Whooper Swan (Cygnus olor)



Whooper Swans © Simon Booth

Whooper Swans © Simon Booth

Probably almost all of the Whooper Swans in the county are from Icelandic stock, as most of these birds winter in Britain and Ireland. Another population breeds in Fennoscandia and Arctic Russia, mostly wintering in continental Europe although there are records of some of these birds in Britain and Ireland (Migration Atlas) and it is well worth examining carefully any colour-marked birds seen for evidence of their origins. The UK wintering total more than trebled in the quarter-century to 2003/ 04; just over 15,000 were counted in the UK in the five-yearly International Swan Census in January 2005 (Eaton et al 2007). Most of the English birds are at Martin Mere and the Ouse Washes, and there is a lot of within-winter movement between Britain and Ireland (Migration Atlas), some of these birds passing through Cheshire and Wirral.

During this Atlas, most of the records are odd birds or small flocks. There was a maximum of 26 swans at Inner Marsh Farm in 2006/ 07 but otherwise the only tetrads with double-figure counts were the four on the south shore of the Mersey estuary, and the annual total in the county is a little under one hundred birds. The sum of the maximum tetrad counts submitted for this Atlas, probably with an element of double-counting, amounted to 83 birds in 2004/ 05, 63 of them on the Mersey; 63 birds in 2005/ 06, 45 of them on the Mersey; and a maximum in 2006/ 07 of 166 swans. This higher figure, however, includes a flock that was mobile between four tetrads on the Mersey; eliminating this double-counting leaves a total of 88 for the winter. No site has approached the level for national importance.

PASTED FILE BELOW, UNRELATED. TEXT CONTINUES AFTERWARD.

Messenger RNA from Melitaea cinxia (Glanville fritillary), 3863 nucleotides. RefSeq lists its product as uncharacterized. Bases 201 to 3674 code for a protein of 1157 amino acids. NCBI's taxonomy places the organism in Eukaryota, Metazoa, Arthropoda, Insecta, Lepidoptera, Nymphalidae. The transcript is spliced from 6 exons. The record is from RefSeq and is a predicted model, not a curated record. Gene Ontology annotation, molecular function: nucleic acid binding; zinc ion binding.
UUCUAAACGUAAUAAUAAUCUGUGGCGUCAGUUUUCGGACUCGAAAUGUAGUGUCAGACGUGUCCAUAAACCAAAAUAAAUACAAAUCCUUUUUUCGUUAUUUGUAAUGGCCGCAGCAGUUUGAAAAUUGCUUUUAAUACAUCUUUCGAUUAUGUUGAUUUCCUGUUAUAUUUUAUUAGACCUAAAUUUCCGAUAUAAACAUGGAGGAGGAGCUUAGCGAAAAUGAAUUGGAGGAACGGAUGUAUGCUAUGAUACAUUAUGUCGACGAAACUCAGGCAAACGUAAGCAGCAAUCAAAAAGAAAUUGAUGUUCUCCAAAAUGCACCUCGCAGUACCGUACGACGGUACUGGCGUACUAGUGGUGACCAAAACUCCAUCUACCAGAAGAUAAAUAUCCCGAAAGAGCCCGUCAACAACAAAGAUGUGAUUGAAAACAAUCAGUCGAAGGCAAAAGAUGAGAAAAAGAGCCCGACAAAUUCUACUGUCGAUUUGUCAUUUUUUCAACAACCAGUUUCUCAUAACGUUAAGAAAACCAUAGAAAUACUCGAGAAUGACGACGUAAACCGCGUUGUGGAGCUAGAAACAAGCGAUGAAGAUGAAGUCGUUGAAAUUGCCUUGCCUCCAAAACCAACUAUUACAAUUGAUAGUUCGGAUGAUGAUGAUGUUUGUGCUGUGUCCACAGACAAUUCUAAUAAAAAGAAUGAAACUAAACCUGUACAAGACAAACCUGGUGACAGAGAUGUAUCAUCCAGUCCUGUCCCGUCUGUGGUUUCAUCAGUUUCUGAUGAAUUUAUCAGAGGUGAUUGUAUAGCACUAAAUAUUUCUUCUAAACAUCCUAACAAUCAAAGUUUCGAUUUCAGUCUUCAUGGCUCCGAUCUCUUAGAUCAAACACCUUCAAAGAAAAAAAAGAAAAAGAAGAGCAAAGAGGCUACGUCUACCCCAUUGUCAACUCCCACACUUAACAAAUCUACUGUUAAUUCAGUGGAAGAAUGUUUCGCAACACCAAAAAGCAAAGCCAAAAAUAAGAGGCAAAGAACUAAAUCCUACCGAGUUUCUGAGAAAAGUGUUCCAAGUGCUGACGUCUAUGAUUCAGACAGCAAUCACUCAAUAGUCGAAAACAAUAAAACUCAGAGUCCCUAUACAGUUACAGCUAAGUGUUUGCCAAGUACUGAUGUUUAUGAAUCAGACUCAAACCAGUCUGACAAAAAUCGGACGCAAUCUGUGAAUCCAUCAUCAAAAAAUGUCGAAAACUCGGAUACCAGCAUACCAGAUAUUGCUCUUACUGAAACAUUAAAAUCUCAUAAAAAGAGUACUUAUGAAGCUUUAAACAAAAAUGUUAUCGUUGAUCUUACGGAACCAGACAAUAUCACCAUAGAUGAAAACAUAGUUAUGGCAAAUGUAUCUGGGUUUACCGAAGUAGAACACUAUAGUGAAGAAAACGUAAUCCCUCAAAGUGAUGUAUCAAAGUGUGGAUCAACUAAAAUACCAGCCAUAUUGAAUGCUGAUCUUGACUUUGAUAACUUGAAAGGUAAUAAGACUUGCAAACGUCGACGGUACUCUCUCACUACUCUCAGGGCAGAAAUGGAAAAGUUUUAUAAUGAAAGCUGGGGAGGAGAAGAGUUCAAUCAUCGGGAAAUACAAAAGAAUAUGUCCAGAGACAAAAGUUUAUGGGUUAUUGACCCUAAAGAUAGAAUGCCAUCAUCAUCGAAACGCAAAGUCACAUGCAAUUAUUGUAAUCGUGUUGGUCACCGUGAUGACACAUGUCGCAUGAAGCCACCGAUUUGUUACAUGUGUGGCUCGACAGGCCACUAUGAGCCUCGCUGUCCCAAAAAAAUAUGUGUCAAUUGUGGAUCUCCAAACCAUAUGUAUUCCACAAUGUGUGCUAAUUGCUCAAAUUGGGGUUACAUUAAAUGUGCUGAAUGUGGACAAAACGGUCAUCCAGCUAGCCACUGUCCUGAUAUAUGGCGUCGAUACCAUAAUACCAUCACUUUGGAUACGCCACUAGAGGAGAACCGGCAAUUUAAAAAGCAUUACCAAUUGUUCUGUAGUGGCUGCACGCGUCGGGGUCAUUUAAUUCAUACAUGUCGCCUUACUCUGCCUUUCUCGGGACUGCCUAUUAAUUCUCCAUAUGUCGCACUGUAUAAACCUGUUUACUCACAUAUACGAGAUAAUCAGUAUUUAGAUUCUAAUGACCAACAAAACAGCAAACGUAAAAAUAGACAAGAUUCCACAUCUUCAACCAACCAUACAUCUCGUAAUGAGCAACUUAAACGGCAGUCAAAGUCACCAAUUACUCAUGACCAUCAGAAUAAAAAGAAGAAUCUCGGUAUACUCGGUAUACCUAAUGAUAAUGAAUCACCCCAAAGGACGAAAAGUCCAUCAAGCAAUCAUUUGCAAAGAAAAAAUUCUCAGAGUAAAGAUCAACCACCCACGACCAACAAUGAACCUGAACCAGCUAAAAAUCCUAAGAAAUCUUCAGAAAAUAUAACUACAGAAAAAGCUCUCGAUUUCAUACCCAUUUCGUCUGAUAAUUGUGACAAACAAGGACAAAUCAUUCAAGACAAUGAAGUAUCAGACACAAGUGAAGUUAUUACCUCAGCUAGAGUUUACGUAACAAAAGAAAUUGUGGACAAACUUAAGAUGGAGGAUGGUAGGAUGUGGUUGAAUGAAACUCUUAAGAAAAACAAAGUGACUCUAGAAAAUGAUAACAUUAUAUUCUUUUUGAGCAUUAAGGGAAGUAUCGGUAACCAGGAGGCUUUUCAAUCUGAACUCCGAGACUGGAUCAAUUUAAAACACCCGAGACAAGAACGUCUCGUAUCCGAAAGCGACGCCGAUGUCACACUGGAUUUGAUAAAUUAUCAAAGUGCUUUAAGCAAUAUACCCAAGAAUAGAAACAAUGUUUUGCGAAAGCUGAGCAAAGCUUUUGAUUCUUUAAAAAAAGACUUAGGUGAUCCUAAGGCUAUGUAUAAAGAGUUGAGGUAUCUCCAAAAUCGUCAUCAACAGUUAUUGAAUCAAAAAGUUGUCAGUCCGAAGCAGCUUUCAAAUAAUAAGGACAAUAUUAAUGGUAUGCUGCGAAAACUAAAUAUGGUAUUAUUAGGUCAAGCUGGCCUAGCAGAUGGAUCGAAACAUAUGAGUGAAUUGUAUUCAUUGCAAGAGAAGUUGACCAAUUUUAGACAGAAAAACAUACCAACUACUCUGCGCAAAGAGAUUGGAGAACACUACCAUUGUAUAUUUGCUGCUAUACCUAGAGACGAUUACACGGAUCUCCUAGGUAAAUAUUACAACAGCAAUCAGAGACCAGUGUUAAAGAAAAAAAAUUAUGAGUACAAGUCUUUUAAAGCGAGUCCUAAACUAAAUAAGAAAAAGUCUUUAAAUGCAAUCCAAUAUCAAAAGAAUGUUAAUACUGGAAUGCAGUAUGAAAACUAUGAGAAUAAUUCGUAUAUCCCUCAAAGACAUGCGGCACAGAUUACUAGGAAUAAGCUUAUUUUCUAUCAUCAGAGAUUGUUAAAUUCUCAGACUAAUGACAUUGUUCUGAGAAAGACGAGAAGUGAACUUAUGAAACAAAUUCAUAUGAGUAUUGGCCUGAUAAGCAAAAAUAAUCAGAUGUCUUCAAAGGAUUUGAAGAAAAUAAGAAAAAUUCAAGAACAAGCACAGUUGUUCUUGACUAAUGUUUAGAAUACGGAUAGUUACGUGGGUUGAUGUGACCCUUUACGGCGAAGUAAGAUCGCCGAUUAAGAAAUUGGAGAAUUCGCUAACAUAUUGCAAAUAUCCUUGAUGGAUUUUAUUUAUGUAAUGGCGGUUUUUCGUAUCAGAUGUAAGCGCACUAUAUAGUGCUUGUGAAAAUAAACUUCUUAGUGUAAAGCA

Coward & Oldham (1900) noted the Whooper Swan as ‘… a not infrequent visitor in winter to the Dee and Mersey estuaries’, although birds apparently stayed mostly on the mudflats, as Coward (1910) said that the species ‘seldom ascends as high as the marshes’; he mentioned flocks of 16, 40, 21 and 25 birds. Their scarcity inland was shown by Boyd, writing in 1951, who could quote only two winter records, more than thirty years old, from 1918/ 19 and 1919/ 20. Bell (1962) concurred, saying that ‘in recent times birds have occurred in most years in the estuaries in varying numbers’ but the records on inland waters averaged one every few years.

It seems from the old accounts that at some stage during the second half of the 20th century they switched their distribution, with Whooper Swan now being the bird most likely to be found inland, although the two winter swans are still both predominantly estuarine birds in the county. It is not clear from the annual bird reports, however, when this happened: from 1964 onwards Whooper Swans have been recorded at from 0-6 inland (non-estuarine) sites each winter, with year-to-year fluctuations but no significant change over forty years. This Atlas map, aggregating three winters’ records, exaggerates their annual status in showing birds present in 14 estuarine and 7 inland tetrads.

Underwater plants are their traditional food, and Whoopers are not as agile on land as Bewick’s Swans, but flocks will graze grass and winter cereals. Almost all of the county’s birds are on water, with odd records on potato fields and stubbles.

Sponsored by Ray and Liz Anslow